Housekeeping Checklist for Fire Prevention

06 Jun 2020 - Flaaim

Good housekeeping is an important part of reducing the fire risk of a property. Accumulations of combustible scrap materials and trash can provide a fuel source and contribute to fire development. Additionally, accumulations of dust and small fibrous materials will increase the likelihood of a flash fire or dust explosion. The following basic housekeeping procedures should be established.


  1. Are aisles free of equipment, raw material, and scrap?
  2. Is equipment and machinery designed to allow for easy cleaning and organized to allow for removal of waste?
  3. Are floors cleaned daily to prevent the buildup of dust, waste paper, and scrap?
  4. If smoking is permitted, are designated smoking areas established and “No Smoking” signs posted in all other areas of the facility?
  5. Are non-combustible receptacles for smoking materials provided and routinely emptied by the staff?


  1. Are trash containers emptied daily?
  2. Are trash containers, with a capacity greater than 40 gal (0.15 m3 ), made from noncombustible materials?
  3. Are trash dumpsters and trash containers, with a capacity greater than 40.5 ft3 (1.15 m3 ), stored outside buildings, and not within 10 ft (3m) of combustible walls, openings, or combustible roof eaves lines?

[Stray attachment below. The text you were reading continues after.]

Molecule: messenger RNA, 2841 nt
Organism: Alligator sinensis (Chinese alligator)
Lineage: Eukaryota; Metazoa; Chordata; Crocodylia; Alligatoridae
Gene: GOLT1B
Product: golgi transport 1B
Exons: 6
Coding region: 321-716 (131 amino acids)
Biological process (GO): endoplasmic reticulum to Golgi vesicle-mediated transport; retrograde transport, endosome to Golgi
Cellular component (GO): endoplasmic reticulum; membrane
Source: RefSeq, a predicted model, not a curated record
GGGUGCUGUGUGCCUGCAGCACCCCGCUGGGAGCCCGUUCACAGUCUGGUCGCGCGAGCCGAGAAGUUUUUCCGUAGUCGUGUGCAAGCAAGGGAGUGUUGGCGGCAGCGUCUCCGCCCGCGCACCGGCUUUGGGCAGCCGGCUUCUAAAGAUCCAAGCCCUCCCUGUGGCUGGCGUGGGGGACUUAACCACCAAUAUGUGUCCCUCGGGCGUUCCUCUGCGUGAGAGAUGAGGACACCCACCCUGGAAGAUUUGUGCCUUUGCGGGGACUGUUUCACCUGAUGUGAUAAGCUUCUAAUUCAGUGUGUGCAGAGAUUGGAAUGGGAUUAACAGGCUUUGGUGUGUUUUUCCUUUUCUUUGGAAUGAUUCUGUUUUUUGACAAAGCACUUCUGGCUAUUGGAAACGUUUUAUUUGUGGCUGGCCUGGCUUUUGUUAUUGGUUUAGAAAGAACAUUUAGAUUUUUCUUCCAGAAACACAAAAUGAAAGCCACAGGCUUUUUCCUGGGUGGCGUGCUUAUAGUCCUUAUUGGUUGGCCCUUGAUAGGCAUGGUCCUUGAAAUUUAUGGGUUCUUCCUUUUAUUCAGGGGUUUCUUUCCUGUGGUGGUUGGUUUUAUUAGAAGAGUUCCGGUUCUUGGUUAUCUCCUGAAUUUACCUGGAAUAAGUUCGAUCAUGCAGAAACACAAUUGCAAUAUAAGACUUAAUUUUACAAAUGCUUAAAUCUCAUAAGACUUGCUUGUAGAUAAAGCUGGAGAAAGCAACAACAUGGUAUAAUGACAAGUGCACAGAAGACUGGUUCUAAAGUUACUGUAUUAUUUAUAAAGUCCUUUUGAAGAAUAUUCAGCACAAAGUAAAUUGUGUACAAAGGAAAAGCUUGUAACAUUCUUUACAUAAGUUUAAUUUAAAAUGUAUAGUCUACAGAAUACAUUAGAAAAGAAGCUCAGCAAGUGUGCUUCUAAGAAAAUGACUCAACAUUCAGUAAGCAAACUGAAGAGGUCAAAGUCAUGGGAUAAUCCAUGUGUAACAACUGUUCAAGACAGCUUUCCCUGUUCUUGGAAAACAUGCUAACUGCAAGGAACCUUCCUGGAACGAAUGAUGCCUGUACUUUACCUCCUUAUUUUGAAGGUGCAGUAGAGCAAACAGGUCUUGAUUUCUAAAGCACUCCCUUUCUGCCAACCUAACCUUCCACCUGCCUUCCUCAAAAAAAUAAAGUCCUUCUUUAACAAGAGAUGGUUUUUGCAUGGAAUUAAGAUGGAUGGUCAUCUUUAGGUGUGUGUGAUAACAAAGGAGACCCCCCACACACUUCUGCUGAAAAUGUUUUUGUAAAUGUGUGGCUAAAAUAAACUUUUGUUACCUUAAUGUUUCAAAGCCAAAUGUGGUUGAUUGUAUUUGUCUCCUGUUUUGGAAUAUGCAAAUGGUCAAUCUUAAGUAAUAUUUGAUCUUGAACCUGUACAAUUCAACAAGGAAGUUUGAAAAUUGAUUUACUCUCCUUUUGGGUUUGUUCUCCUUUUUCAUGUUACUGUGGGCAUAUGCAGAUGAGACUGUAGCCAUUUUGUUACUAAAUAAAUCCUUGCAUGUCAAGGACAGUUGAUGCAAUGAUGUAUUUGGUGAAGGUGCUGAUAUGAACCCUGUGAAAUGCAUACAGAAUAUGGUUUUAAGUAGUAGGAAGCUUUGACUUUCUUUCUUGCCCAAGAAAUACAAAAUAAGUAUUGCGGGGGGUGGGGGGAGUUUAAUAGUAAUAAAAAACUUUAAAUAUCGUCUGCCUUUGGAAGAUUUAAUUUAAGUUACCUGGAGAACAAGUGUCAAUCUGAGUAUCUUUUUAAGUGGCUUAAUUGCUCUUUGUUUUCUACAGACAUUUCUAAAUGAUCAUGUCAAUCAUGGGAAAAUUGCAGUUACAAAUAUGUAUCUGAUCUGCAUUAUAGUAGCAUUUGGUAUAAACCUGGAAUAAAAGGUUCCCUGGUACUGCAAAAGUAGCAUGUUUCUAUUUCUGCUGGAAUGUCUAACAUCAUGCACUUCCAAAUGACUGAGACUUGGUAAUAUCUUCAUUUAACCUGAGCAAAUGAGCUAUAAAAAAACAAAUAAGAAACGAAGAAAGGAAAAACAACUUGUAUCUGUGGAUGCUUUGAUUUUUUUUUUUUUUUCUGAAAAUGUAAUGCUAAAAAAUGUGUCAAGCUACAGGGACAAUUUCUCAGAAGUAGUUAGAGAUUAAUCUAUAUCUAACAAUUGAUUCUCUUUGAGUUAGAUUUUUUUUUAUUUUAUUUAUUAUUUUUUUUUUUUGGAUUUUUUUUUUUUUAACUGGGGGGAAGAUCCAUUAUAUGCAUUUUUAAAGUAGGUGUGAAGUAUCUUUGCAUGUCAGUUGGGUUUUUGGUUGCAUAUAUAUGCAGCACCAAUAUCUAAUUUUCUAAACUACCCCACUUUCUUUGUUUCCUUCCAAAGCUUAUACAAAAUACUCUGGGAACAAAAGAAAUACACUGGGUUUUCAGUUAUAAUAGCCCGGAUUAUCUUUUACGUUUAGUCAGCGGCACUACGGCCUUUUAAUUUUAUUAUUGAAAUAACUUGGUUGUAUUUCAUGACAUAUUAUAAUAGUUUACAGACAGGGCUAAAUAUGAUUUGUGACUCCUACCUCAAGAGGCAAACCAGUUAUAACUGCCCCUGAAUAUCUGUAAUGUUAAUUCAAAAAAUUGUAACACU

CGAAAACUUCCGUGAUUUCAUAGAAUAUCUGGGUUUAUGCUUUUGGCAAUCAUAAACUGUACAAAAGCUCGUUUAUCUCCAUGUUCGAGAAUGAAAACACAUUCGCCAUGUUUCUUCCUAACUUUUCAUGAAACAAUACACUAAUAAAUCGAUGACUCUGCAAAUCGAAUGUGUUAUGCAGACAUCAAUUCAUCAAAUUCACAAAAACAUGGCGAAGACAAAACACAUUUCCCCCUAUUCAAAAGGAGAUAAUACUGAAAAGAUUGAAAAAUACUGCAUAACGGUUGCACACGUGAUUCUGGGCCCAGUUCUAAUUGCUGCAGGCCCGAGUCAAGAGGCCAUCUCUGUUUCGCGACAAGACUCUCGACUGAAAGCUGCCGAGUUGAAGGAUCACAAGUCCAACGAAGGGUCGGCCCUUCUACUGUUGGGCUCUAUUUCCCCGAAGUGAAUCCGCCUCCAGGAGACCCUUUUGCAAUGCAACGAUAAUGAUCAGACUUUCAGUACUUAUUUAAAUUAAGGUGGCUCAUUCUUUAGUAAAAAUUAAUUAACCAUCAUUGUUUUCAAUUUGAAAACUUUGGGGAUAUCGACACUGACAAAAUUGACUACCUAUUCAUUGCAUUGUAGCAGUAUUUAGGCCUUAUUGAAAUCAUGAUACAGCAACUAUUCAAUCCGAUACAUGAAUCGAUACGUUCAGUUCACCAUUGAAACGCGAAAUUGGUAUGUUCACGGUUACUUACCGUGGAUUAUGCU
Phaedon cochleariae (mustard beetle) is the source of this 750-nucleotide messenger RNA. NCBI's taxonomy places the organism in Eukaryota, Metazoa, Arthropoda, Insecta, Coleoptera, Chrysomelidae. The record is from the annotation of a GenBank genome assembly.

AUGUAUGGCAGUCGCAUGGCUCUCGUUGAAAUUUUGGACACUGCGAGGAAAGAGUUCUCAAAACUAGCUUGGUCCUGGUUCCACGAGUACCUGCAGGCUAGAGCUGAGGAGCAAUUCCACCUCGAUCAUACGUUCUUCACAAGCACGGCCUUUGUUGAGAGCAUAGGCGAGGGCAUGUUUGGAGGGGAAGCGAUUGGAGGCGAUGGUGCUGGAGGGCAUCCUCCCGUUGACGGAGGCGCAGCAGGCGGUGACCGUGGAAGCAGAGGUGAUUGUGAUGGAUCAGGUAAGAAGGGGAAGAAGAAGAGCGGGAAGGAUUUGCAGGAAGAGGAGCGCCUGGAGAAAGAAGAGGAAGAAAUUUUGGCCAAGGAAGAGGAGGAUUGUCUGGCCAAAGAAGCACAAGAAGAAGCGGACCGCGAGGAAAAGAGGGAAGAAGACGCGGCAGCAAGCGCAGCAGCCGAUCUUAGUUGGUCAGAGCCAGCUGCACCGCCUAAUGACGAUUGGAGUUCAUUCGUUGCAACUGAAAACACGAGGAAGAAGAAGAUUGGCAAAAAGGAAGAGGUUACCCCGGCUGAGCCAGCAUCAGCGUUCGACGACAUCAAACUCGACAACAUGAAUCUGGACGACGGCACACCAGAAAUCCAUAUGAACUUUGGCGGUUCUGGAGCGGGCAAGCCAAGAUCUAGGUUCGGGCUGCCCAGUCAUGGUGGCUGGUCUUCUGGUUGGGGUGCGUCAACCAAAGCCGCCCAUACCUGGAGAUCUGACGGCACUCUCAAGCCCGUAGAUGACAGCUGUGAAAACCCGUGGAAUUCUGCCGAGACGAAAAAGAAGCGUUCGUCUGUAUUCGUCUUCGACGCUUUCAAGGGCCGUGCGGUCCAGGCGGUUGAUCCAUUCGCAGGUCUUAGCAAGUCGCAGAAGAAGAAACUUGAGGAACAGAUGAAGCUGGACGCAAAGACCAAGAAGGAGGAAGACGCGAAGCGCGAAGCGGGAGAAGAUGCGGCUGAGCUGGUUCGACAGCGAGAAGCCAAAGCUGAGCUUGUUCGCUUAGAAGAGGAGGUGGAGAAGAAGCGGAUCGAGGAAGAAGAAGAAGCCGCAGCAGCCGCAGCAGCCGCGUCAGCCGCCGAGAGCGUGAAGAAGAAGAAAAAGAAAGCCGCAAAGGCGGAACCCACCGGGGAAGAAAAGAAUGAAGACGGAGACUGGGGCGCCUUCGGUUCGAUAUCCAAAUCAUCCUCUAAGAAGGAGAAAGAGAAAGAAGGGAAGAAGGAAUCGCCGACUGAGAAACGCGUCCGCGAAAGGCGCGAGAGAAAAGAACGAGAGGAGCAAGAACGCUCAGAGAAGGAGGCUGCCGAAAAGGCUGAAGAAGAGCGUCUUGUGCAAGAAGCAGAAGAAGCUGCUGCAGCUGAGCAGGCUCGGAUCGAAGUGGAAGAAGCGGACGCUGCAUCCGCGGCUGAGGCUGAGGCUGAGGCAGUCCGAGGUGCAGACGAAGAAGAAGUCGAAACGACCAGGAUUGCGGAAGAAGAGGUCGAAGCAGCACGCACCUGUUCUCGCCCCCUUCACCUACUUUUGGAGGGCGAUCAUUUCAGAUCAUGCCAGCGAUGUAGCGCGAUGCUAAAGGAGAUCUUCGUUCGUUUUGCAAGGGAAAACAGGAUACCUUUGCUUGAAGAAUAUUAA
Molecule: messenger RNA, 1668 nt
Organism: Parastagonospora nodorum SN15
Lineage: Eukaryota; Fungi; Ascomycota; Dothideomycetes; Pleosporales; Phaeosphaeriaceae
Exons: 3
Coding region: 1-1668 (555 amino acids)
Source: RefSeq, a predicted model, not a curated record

4. Are trash separated by type (i.e., wood, paper, oily rags) and placed in noncombustible containers?
  5. Is waste from packaging, such as shredded paper and plastic, removed form the work area daily?


  1. Are cooking appliances equipped with easily accessible and removable noncombustible grease filters?
  2. Are grease containers emptied at least daily?
  3. Are raw materials storage areas routinely monitored and cleaned to prevent the buildup of combustible dusts, such as from sugar and starches?
  4. Are hoods and ducts vented to the exterior of the building and provided with an accessible opening for inspection and cleaning?

Dust Control

  1. Are good housekeeping practices followed, including routine cleaning of dusts over 1/8 in (3.18 mm) in depth from all surfaces?
  2. Is the access to dust collection areas restricted?
  3. Is electrical equipment that is installed in dust collection areas, listed/approved for Class II Division 1 use?

    Flammable and Combustible Liquids

  4. Are drip pans under equipment cleaned daily to prevent the accumulations of flammable liquids?
  5. Are liquid-soaked rags and paper from cleaning operations placed in covered metal containers and disposed of on a daily basis?


  6. Are dryer exhaust systems routed away from combustible materials and access provided for routine cleaning?
  7. Is the lint from clothes dryers removed on a regular basis?

    Spray Finishing

  8. Are spray areas kept free of the accumulation of deposits of combustible residues?
  9. Are filters for ventilating and exhaust systems replaced on a regular basis?


  10. Are compressors, fans, and circulation equipment used in freezers, coolers, and cold storage rooms included in a regular cleaning and maintenance program?

Housekeeping Checklist for Fire Prevention

Download the Housekeeping Checklist for Fire Prevention

Manual Handling Training Sheet
Using a Guillotine Safe Work Procedure
Using a Forklift Safe Work Procedure
Construction Company First Aid Box Checklist Form